Last year, Brull noticed a Renewal ad asking for general volunteers. Brull is a phlebotomist — a person trained to draw blood. She offered to help draw blood at a drive in Monsey, a heavily Orthodox village close to New Square. Renewal was testing people to see if they were compatible with the charity’s growing list of more than 200 people in need of a kidney. While Brull was there, she had someone draw her own blood. A few days later she got a call from Renewal, asking if she wanted to be a donor.
Brull’s husband was wary. The couple’s main concern was who would look after their children during and after the operation. Because most donations are done using keyhole surgery, the recovery time is fast. Even so, Brull knew that she would not be back to full strength for several weeks.
Renewal told Brull they would take care of everything. During Brull’s hospital stay and her recuperation at home, the charity would pay for a baby sitter to look after her children and would have meals delivered to her home. Renewal staff would also accompany her on all her visits to New York Presbyterian/Weill Cornell Medical Center.
Renewal’s kidney donors learn only vague details about their recipient, such as their age, gender and family status. Brull said she knew that she could never choose between a child with a full life ahead and a parent or grandparent with children of his or her own. She told Renewal to give her kidney to the first person who was a good match. Because she was dealing with Renewal, she said that the fact that the recipient was Jewish “was a given.”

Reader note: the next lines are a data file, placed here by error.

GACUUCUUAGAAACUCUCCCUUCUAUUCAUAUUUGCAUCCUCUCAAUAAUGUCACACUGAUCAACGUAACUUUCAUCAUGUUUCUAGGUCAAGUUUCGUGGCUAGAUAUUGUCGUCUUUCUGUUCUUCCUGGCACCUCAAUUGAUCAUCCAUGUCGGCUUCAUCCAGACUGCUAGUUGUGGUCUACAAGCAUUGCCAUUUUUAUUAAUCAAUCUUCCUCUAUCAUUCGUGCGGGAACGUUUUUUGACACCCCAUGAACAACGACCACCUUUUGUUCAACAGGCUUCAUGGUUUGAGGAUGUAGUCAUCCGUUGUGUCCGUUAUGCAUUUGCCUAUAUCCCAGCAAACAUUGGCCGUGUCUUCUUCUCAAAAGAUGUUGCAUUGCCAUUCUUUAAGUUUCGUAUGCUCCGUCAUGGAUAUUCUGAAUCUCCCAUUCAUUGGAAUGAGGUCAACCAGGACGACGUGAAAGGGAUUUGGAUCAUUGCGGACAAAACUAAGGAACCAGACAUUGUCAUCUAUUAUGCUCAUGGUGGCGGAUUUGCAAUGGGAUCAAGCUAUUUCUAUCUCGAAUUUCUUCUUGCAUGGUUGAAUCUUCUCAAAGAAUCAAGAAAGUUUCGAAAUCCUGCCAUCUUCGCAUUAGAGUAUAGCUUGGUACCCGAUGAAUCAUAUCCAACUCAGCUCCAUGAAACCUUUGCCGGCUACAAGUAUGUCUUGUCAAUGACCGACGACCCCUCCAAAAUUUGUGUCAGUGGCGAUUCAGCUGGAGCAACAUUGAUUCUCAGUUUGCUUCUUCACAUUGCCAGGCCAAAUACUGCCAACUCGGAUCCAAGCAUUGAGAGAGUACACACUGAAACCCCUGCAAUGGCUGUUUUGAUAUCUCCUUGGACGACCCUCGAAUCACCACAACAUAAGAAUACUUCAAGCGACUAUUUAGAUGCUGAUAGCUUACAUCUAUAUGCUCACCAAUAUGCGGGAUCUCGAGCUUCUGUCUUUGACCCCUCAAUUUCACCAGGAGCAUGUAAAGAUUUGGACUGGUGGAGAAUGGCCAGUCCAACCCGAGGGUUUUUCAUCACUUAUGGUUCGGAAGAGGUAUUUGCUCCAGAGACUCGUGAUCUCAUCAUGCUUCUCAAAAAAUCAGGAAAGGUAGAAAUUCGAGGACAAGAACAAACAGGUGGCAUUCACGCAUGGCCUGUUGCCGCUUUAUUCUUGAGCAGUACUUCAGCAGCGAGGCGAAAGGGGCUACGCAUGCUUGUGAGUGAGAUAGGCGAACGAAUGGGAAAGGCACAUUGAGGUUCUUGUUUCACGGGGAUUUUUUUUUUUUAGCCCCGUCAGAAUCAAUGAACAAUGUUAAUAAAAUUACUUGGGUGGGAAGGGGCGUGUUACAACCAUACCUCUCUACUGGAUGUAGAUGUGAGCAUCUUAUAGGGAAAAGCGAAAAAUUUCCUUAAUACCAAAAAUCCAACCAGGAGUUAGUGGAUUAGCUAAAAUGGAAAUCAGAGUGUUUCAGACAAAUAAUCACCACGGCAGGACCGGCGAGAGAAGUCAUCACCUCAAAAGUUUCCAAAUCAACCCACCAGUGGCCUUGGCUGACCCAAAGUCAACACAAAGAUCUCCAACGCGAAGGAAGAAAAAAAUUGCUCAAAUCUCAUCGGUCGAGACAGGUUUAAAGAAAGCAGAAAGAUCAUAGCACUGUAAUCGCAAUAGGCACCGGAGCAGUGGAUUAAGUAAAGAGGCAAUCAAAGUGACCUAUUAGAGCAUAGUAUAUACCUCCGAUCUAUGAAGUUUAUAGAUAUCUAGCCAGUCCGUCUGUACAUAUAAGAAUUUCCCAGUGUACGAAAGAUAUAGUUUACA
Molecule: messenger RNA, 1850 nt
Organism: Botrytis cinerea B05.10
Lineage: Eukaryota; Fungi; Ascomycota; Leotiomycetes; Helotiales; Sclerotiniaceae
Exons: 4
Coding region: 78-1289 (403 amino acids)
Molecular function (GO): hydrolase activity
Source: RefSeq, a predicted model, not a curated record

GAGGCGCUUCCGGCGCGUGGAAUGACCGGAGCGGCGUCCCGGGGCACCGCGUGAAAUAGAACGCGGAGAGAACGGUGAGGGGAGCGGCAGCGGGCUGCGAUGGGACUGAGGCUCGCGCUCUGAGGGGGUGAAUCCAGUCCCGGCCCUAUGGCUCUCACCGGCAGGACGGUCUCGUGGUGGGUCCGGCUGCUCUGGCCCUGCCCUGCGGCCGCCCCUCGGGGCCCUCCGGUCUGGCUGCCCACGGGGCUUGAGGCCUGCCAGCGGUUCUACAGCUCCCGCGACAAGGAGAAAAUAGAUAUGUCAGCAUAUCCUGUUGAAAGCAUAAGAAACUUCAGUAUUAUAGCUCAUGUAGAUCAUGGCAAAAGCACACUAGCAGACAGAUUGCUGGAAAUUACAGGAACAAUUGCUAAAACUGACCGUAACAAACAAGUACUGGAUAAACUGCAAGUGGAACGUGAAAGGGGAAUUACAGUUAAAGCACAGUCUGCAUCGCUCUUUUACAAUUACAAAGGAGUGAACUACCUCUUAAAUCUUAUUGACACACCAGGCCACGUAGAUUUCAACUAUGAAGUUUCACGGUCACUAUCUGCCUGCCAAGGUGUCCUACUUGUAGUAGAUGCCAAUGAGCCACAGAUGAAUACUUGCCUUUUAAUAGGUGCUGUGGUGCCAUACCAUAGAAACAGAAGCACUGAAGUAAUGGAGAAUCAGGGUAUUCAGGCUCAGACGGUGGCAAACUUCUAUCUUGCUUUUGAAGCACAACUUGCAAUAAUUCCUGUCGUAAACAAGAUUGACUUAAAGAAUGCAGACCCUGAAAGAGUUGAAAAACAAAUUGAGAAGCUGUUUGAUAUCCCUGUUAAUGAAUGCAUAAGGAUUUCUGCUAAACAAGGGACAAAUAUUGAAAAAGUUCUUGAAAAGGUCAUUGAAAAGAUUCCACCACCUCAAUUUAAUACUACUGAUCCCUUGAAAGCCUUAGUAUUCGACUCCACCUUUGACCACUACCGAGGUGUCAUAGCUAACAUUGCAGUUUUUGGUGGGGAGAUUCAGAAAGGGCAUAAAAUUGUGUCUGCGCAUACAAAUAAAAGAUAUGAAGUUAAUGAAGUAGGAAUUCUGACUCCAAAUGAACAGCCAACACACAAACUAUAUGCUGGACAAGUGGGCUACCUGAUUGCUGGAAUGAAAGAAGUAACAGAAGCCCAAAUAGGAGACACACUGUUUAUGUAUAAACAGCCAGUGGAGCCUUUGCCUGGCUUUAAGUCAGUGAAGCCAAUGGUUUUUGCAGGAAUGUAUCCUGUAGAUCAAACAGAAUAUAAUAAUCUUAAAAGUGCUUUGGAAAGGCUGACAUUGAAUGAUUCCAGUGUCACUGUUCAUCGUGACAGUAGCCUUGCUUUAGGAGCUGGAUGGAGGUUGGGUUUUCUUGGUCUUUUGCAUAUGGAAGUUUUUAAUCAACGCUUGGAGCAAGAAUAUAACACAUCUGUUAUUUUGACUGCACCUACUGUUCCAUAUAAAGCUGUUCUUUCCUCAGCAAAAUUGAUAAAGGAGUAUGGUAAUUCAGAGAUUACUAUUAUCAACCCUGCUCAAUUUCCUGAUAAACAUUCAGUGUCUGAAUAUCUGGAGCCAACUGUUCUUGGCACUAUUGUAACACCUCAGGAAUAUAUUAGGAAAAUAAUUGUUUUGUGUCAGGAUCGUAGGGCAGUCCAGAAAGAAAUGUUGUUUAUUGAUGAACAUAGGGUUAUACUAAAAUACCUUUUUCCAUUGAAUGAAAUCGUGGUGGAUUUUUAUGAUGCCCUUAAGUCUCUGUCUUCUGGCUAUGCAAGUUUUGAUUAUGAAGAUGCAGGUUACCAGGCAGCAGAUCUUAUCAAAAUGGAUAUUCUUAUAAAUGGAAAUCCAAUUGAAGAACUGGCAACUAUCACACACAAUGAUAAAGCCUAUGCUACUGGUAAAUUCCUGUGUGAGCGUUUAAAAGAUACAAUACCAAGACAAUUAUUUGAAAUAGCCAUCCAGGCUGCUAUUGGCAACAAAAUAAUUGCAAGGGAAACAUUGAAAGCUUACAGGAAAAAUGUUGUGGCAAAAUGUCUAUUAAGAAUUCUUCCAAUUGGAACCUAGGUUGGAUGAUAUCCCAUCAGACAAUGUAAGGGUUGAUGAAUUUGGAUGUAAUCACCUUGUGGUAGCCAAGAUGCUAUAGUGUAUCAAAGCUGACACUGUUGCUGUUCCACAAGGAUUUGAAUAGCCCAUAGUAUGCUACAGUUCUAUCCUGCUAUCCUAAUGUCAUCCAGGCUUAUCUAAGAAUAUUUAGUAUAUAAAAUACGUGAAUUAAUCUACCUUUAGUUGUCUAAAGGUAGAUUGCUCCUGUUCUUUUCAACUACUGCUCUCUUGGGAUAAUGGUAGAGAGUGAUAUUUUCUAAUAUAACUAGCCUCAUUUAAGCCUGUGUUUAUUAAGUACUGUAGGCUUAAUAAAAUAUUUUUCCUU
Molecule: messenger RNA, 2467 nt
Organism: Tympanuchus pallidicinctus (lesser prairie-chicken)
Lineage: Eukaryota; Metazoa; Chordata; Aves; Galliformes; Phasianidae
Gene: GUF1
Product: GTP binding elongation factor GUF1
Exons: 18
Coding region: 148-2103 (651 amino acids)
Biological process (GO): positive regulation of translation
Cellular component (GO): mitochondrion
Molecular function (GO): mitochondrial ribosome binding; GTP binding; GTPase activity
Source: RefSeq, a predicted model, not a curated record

When I asked Brull why it was important to her that the recipient was Jewish, she paused. It seemed to be the first time she had pondered the question and it troubled her. “I feel bad,” Brull said. “because a person is a person.” She thought about it for a moment. “I think I would donate to anyone,” she said, “I really would.”
The first recipient Renewal found for Brull, a man, fell ill during the early stages of the pre-transplant testing process. Brull was told it would take four months for him to recuperate and that the process would have to start over. Did she want to wait or move on to someone else?
Brull agonized over the decision. Then she called Renewal back. “I guess he’s going to get his kidney when his time comes,” Brull said, “but I guess we can go ahead to the next person on the list.”
Brull had to wait several months before Renewal found a match for her. During that time, she turned down the option of donating to a young single man whom Renewal described as having mental or emotional problems. Brull felt dubious about his prospects for getting married and having children — something that was important for her.
Eventually, Renewal matched her with a 60-year-old pediatrician who was a father of three and a grandfather of one. Brull thought: “Okay, he has three kids and he even has a grandchild. I’m not only saving a man’s life, I’m saving a husband’s life, I’m saving a father’s life and I’m saving a grandfather’s life. That made it so much more special, actually.”
Renewal claims to facilitate about 30% of altruistic donations in the United States. But that is not strictly true.
The United Network for Organ Sharing, which tracks donations nationally, counts a kidney donation as “altruistic” only if the donor does not specify to whom the kidney is given. Last year it tracked 180 such altruistic donations.